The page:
In my Constellation Series, I talked about all constellations discussed by Hellenic astronomer Ptolemy. Ptolemy set out forty-eight constellations, based in Hellenic myth, of which some are still recognized to this day, and others got broken up or otherwise rearranged or added in the years that followed. As a addendum, I also made a post on the major planets and the stories from Hellenic mythology behind them. Did you know, though, that much more in the sky is named after Hellenic mythology? Today we talk about the categories of minor planets and their Hellenic mythological roots.

A minor planet is an astronomical object in direct orbit around the Sun that is neither a planet nor exclusively classified as a comet. Minor planets can be dwarf planets, asteroids, centaurs, trojans, Kuiper belt objects, and other trans-Neptunian objects. You probably know what a dwarf planet is (a tiny planet, basically), and an asteroid (a space rock) is probably also familiar. A trans-Neptunian object is (basically) anything big in space that is farther away from the Sun than Neptune. Like Pluto. A Kuiper belt object is basically a very large asteroid belt and it has nothing to do with Hellenic mythology. The others, however, do. These are the ones you perked up at if you're like me. Let's run by them, shall we?

A centaur is a small body that orbits the Sun between Jupiter and Neptune and crosses the orbits of one or more of the giant planets. Centaurs are among the most mysterious objects in the Solar System. They share characteristics with planets, asteroids and comets, and astronomers have struggled to find one classification that fits them all. That's also where the name comes from: they are a mix of things and thus a class apart. Centaurs were part horse, part human. Centair minor planets have characteristics of planets, asteroids and comets but are none of those. They also "jump" between planets, making them unstable, "wild" entities.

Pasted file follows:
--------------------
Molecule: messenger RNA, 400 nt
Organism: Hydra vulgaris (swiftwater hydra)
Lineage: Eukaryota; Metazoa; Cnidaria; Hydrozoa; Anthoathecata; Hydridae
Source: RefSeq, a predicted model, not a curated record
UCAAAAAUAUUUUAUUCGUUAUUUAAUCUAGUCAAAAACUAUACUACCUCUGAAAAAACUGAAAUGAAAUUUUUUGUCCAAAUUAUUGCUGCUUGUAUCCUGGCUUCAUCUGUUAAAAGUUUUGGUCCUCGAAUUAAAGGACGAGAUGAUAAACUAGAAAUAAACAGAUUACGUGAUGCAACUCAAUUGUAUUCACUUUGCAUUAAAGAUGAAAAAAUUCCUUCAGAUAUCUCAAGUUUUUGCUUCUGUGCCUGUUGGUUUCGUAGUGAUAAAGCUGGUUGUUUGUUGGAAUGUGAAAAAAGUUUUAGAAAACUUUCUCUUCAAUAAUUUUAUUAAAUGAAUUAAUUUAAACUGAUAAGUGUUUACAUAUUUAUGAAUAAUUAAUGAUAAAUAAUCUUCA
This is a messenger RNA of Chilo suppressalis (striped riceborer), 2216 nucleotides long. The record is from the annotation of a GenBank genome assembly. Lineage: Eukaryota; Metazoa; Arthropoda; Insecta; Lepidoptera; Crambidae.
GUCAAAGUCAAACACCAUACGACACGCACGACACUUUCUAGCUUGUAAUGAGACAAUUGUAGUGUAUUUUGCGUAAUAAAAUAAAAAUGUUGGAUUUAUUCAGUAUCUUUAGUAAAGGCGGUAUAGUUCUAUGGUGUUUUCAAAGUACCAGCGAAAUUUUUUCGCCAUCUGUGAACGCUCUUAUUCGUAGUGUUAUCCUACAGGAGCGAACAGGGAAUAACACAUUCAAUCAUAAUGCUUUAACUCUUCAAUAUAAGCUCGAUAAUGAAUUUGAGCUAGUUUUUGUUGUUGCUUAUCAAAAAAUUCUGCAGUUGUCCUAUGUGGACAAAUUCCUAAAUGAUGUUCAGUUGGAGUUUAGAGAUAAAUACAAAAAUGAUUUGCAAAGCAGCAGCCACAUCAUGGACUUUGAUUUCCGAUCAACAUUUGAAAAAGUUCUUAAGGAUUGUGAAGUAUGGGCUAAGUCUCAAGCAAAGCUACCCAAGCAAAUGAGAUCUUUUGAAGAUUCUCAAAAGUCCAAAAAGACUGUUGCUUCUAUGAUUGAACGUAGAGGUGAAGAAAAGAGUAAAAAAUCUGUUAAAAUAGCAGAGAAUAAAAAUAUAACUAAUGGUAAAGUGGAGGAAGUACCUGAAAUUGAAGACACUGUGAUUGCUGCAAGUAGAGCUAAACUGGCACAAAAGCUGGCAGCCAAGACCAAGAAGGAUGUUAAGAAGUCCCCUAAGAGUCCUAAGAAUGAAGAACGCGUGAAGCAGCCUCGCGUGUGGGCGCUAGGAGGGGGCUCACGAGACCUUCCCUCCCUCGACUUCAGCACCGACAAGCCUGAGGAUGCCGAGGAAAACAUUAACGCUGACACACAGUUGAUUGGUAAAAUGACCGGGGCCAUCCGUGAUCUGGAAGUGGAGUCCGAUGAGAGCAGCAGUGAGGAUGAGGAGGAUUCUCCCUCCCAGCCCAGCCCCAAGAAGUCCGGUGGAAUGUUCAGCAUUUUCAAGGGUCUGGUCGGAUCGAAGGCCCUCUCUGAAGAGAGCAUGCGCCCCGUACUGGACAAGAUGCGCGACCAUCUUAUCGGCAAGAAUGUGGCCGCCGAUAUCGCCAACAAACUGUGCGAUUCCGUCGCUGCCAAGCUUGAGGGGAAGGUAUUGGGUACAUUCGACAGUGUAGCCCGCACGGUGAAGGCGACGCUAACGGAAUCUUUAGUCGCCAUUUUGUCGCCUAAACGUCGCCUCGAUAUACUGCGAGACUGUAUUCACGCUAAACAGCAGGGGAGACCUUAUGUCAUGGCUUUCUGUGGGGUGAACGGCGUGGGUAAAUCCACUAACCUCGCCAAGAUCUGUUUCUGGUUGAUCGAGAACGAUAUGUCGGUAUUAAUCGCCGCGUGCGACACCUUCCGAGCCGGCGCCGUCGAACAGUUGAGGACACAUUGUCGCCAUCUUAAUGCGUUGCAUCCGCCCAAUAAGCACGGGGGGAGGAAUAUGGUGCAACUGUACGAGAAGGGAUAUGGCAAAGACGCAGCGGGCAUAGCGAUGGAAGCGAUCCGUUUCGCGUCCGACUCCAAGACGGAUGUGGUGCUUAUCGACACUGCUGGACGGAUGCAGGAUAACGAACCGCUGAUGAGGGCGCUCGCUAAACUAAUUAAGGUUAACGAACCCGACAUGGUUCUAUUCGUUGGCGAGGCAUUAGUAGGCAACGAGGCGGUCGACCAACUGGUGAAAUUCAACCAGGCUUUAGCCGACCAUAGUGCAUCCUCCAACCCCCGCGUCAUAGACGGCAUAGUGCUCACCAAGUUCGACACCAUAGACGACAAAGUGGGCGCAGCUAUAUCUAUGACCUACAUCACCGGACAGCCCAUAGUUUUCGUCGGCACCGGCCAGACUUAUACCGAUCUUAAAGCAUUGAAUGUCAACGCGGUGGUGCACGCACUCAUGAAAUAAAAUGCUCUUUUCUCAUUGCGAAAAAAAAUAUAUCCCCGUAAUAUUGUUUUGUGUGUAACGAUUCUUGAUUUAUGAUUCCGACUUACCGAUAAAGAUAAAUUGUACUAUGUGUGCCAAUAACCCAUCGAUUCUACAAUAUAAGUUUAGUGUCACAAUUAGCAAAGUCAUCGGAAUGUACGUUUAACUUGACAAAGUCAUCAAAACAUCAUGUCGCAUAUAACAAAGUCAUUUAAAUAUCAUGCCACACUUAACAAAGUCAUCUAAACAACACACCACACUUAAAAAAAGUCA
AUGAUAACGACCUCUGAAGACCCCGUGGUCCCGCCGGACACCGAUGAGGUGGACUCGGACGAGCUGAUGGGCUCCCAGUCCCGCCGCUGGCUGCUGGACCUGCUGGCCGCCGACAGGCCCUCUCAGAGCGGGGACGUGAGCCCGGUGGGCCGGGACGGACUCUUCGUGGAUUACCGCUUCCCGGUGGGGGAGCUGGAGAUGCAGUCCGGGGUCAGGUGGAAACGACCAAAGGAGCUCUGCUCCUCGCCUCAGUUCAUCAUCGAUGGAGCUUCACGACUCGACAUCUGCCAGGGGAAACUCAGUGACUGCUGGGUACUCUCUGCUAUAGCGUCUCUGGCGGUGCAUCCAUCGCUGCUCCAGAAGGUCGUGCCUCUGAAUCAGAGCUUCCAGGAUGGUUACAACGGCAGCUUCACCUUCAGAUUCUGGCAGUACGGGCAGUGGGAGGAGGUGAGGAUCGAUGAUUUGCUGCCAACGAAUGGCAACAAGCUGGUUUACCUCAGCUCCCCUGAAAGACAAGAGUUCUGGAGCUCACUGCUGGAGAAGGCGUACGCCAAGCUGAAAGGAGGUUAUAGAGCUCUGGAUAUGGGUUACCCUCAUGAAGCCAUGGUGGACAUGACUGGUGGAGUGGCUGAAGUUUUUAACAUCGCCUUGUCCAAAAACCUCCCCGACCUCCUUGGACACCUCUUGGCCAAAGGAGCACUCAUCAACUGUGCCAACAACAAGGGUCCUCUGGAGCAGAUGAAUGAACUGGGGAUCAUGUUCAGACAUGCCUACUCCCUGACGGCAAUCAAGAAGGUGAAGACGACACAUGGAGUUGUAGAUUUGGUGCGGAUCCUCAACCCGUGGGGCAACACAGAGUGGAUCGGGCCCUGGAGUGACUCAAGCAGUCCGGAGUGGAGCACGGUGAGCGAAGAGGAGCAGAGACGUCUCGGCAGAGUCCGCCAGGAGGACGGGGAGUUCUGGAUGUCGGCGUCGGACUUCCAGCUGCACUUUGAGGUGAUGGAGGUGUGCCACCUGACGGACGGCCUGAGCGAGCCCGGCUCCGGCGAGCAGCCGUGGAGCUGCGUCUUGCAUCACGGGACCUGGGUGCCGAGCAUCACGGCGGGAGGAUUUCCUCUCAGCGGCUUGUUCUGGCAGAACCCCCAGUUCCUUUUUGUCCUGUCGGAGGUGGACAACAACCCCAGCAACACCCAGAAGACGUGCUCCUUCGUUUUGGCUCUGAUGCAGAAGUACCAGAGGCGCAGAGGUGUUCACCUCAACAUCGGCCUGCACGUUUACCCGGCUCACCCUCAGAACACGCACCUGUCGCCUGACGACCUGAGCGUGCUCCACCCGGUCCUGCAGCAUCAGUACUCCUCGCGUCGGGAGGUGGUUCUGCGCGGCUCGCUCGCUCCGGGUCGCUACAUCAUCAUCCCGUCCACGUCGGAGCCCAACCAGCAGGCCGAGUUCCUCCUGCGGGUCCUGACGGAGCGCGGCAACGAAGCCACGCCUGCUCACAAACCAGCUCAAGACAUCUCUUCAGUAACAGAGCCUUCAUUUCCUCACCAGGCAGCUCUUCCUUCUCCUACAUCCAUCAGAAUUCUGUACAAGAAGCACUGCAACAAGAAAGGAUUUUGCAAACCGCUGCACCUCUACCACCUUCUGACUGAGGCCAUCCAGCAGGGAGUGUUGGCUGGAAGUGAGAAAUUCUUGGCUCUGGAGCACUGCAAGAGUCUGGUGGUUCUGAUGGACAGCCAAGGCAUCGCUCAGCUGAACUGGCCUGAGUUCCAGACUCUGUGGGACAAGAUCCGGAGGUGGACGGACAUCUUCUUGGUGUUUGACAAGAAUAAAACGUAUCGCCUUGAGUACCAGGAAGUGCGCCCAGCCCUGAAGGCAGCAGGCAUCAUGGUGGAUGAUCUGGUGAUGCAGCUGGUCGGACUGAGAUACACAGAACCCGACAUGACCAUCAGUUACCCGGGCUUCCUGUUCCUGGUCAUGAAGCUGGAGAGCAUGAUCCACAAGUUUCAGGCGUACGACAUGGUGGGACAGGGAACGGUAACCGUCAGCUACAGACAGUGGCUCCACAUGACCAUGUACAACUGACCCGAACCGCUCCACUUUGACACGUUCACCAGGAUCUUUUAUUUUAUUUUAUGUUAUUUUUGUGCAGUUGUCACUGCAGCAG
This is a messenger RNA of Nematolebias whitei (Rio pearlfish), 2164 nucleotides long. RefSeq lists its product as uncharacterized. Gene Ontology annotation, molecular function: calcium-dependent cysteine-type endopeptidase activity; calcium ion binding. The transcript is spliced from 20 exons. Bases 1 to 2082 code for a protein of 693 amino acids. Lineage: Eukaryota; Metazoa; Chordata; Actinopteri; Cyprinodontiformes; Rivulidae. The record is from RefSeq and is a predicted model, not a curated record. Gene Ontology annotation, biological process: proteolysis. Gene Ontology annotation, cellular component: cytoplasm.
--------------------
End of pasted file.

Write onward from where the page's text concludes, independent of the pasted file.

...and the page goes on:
A trojan is a minor planet or moon that shares the orbit of a planet or larger moon, wherein the trojan remains in the same, stable position relative to the larger object. Did your brain fog up? Let's drop the science words. Every planet revolves around the Sun in an endless loop. Planets do that but almost all other things in the orbit of something else rotate as well. Moons, like our one moon, revolve around the planet they belong to, for example. Trojans don't move. They stay relatively in the same spot between a planet and the Sun.

While a planet rotates around the Sun (and usually around its own axis), it always holds a "line of sight" to the Sun, so to speak. You can always draw an imaginary line from the Sun to a planet. By doing so, you automatically divide the area into two parts, like the two sides of a soccer field--or a battle field. Around Jupiter, these areas are called "L4" and "L5". Here's a diagram to make things a little clearer:


Sun ----------------------- planet


The L4 region is known as the Hellenic "camp", while the L5 region is known as the Trojan "camp". Jupiter is the planet that named the Trojans as this is where they were first discovered. It was long believed Jupiter was the only planet to have Trojans (it has about 6000), but there are others. Mars has four, Neptune has seventeen, and our humble planet has a single one.

There are a lot of minor planets known to us, and a lot of them were named after famous people and creatures from Hellenic mythology. Tomorrow I'll list a few of my favorites.